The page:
Classical swine fever virus (CSFV), along with Bovine viral diarrhea virus (BVDV) and Border disease virus (BDV), is a member of the genus Pestivirus under the family Flaviviridae. CSFV infects pigs and causes high economic losses especially in Europe and Southeast Asia. CSFV infection causes lymphopenia and thrombocytopenia, thereby evading and compromising the immune system [1]. CSFV is an enveloped icosahedral virus containing a positive sense RNA genome that is devoid of a 5' cap or a 3' poly(A) tail. The 5' untranslated region (UTR) comprises an internal ribosomal entry site (IRES) that drives the translation of a single open reading frame (ORF; Figure 1A) and encoding a polyprotein approximately 4,000 amino acids long, which is co- and post-translationally processed by viral and host proteases into individual structural and non-structural proteins [2]. Due to the limitation of its genome size and the number and functions of encoded proteins, the virus exploits the cellular machinery and components to complete its lifecycle. Cellular host factors could either aid in or interfere with the various stages of the virus lifecycle participating in diverse functions, such as translation, replication, countering host defense, and so on [36]. Host factors could either bind to the viral proteins or to the viral RNA.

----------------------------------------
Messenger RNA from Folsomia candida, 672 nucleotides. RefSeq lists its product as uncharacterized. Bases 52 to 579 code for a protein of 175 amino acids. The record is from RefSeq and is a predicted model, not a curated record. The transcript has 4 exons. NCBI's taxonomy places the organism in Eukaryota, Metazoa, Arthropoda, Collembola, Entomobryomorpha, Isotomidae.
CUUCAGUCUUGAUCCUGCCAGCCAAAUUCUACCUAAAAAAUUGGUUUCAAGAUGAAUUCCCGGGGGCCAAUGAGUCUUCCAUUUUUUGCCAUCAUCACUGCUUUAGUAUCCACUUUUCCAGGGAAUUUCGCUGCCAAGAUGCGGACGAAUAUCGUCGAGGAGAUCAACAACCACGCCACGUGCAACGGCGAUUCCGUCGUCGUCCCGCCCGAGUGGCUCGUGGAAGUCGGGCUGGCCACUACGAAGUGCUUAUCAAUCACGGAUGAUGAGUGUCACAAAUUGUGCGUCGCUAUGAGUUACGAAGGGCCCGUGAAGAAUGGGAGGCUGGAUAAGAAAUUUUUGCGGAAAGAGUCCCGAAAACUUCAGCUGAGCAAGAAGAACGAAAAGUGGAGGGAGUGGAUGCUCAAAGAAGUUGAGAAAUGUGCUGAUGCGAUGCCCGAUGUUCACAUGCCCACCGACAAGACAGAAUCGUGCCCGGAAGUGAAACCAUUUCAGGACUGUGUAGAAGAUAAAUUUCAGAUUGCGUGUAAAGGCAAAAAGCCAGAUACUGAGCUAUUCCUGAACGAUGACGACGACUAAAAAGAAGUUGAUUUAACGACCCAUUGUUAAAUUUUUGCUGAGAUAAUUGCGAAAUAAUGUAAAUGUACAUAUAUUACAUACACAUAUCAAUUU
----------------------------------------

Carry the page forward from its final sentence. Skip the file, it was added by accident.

Figure 1
figure 1